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John's disciples tell him about everything Jesus has accomplished. Remember that John is in prison (3:19-20), but apparently he can receive visitors.
John sends two of his disciples to Jesus and asks point blank: "Are you the one who is to come, or are we to wait for another?" Even John wants to be sure that his own prophecy is being fulfilled through Jesus.
The disciples ask Jesus this just as he's busy healing, exorcizing, and granting sight to the blind. You might as well ask an NBA basketball player if he can dunk.
Jesus tells them to inform John what he's doing: the blind see, the crippled walk, lepers are cleansed, the deaf hear, corpses revive, and the poor open their morning papers to read good news.
So yeah, he's the one.
Jesus adds that happiness belongs to anyone who's not offended by him.
John's disciples head off—John will be able to put two and two together.
Jesus offers his own very high opinion of John, and then he asks the crowds rhetorically what they went out to the desert to see. A prophet, duh.
John is the guy that scripture was talking about when it says, "See, I am sending my messenger ahead of you, who will prepare your way before you" (7:27). Go and read it for yourself in Exodus 23:20 and Malachi 3:1.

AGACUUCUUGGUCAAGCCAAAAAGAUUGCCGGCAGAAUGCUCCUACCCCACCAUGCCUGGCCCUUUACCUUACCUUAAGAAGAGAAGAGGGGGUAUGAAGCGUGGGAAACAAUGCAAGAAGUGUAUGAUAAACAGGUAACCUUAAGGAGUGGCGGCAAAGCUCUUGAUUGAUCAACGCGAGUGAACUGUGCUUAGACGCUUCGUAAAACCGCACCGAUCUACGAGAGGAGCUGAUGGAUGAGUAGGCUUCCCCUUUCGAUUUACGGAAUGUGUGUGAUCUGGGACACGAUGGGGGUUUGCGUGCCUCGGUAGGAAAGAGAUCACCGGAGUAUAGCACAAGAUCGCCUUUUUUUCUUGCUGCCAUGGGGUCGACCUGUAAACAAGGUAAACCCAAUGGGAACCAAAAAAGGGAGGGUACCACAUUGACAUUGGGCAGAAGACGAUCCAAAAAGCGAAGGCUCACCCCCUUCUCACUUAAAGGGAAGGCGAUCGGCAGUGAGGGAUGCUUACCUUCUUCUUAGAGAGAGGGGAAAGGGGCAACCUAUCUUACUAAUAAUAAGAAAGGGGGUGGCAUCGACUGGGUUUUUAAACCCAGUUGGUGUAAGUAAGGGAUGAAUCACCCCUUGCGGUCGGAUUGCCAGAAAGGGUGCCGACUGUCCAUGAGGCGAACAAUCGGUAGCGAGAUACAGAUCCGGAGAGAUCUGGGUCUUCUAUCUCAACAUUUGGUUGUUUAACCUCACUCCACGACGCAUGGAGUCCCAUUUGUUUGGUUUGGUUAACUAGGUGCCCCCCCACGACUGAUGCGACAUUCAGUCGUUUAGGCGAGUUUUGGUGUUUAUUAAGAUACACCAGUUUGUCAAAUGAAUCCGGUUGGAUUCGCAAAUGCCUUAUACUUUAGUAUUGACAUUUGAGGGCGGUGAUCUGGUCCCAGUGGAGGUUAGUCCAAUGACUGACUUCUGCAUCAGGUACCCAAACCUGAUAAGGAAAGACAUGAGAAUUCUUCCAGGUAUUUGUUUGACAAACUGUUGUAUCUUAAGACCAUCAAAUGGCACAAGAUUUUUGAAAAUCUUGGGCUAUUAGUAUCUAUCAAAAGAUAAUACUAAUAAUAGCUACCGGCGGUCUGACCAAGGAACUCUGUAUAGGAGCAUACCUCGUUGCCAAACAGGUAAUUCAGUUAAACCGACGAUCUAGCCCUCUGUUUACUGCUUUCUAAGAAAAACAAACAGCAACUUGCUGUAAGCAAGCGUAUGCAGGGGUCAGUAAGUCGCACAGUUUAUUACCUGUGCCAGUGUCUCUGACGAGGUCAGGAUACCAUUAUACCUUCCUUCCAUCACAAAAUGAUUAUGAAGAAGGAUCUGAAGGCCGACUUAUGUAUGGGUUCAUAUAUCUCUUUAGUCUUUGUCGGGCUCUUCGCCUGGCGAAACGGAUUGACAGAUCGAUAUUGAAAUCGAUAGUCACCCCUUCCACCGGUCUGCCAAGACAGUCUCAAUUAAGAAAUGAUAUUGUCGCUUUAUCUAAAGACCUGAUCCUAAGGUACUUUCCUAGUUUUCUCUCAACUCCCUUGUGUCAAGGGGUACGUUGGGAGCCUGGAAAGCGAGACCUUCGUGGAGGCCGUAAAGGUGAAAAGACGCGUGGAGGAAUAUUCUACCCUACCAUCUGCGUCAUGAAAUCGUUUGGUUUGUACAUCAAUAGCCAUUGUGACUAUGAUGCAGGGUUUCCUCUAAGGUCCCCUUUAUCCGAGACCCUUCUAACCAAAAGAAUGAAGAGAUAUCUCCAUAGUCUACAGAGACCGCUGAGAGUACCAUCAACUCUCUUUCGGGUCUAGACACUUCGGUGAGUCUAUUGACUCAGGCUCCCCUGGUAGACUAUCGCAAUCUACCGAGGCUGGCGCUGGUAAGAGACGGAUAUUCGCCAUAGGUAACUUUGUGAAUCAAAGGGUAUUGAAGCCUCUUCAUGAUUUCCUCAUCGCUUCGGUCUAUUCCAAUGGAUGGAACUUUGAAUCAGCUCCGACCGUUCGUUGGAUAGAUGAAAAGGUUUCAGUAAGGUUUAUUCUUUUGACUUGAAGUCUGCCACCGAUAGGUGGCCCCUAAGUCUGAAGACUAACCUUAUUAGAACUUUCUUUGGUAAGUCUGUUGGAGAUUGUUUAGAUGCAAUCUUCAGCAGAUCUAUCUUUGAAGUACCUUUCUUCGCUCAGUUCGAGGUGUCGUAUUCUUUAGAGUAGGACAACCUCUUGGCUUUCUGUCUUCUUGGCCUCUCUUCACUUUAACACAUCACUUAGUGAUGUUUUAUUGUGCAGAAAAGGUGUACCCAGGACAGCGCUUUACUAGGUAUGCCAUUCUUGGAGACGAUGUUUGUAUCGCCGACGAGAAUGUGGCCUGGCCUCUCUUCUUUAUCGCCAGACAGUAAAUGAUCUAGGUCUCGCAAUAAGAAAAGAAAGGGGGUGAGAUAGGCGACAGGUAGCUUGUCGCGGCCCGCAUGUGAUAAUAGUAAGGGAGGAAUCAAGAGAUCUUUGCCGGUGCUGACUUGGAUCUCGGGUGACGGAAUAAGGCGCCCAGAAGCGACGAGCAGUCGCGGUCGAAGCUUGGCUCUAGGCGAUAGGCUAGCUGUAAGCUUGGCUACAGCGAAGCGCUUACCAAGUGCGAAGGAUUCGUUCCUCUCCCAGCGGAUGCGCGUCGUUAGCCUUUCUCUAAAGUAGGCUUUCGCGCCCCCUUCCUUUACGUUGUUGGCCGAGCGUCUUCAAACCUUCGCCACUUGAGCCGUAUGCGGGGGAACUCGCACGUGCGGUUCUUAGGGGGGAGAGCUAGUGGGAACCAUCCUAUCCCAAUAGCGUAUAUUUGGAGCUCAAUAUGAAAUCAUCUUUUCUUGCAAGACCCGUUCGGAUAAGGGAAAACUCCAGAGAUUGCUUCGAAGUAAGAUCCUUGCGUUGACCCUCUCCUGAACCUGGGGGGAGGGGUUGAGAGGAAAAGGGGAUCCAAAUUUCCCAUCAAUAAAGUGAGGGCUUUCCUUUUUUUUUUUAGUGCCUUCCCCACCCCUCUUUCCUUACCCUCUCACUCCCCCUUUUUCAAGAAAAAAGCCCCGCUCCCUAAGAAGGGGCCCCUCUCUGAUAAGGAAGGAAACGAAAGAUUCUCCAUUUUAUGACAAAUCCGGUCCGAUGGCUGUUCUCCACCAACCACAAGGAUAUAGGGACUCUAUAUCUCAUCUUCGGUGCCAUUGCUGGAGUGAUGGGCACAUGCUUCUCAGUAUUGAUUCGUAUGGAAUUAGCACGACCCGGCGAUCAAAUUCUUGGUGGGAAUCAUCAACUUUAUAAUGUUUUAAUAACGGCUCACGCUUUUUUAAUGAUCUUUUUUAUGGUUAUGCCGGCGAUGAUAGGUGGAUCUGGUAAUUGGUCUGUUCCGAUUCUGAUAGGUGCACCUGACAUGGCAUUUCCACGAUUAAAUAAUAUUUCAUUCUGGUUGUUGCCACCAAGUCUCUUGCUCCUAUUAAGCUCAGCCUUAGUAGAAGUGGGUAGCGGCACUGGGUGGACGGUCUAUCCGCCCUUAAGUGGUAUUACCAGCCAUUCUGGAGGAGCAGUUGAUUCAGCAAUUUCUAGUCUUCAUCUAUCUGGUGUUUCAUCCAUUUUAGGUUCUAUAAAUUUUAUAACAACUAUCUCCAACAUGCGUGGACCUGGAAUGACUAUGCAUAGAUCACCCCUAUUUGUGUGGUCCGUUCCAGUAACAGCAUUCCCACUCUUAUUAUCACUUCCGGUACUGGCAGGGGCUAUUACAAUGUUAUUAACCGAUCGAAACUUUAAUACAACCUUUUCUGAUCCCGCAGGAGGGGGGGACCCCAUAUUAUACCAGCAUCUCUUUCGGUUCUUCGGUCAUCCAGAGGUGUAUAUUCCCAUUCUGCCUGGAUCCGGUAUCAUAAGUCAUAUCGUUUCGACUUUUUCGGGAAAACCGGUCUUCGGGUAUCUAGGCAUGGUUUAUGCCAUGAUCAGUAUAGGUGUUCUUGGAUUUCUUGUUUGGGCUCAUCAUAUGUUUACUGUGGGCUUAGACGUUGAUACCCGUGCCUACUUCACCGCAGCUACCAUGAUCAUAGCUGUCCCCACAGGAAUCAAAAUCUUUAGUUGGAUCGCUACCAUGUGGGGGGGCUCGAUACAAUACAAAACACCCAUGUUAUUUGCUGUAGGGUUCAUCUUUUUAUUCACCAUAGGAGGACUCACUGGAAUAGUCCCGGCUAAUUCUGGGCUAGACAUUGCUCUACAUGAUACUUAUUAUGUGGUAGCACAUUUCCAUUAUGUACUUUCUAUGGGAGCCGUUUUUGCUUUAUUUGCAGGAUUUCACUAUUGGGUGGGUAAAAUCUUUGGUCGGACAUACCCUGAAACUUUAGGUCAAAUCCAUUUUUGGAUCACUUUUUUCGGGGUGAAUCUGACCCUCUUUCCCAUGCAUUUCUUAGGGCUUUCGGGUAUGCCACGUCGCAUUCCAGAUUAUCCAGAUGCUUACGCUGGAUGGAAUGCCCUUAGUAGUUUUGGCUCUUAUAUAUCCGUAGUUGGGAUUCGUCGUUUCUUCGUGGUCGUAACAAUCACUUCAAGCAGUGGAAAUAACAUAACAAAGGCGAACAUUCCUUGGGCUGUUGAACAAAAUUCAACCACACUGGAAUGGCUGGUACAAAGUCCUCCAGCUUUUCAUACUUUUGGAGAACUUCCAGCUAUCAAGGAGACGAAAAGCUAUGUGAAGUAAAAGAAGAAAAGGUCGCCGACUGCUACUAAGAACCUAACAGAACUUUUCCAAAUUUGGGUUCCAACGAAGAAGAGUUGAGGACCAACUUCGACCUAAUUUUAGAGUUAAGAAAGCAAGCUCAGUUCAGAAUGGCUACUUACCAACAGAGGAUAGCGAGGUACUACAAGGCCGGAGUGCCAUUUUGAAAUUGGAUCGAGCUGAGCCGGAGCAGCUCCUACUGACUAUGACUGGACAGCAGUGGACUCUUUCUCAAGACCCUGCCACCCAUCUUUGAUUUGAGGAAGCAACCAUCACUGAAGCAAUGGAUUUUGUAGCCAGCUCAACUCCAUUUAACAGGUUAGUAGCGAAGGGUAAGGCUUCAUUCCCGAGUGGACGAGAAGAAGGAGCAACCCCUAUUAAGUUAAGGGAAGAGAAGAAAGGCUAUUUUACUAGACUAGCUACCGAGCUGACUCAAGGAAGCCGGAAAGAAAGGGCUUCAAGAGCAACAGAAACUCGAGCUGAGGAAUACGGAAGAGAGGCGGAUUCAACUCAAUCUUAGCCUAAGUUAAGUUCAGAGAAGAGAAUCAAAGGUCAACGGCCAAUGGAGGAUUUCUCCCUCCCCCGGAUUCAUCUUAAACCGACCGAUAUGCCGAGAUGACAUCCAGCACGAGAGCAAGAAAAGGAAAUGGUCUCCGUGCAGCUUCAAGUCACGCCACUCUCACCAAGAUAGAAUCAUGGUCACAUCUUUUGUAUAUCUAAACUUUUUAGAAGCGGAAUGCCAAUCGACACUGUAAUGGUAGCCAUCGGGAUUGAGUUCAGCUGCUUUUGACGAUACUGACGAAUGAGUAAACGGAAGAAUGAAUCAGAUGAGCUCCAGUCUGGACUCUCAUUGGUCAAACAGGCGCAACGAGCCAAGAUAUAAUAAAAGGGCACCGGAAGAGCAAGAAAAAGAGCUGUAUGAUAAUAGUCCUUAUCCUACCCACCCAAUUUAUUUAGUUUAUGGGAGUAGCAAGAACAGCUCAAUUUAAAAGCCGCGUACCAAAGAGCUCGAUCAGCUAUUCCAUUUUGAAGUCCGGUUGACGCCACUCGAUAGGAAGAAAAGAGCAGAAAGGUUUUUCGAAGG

John surpasses everyone "born of women" (7:28), i.e., everyone.
But in God's kingdom, even the least is greater than he is. Wait, what? That's what you might call a paradox.
The people and the tax collectors are all psyched about this, since they had been baptized by John (rewind to 3:3-14).
The religious highbrows, on the other hand, weren't baptized by John and are said to have "rejected God's purpose" (7:30). Warning: Don't reject God's purpose.
Jesus compares the people of his generation to children playing in the marketplace, shouting to each other, "We played the flute for you and you did not dance; we wailed, and you did not weep" (7:32 NRSV). The people who refuse to play along are a bunch of spoilsports.
John doesn't eat and is a teetotaler, but he's accused of being demon-possessed.
Then the Son of Man comes partying hearty, but he's accused of being an overeater and alcoholic, the best friend of bar hoppers and the IRS.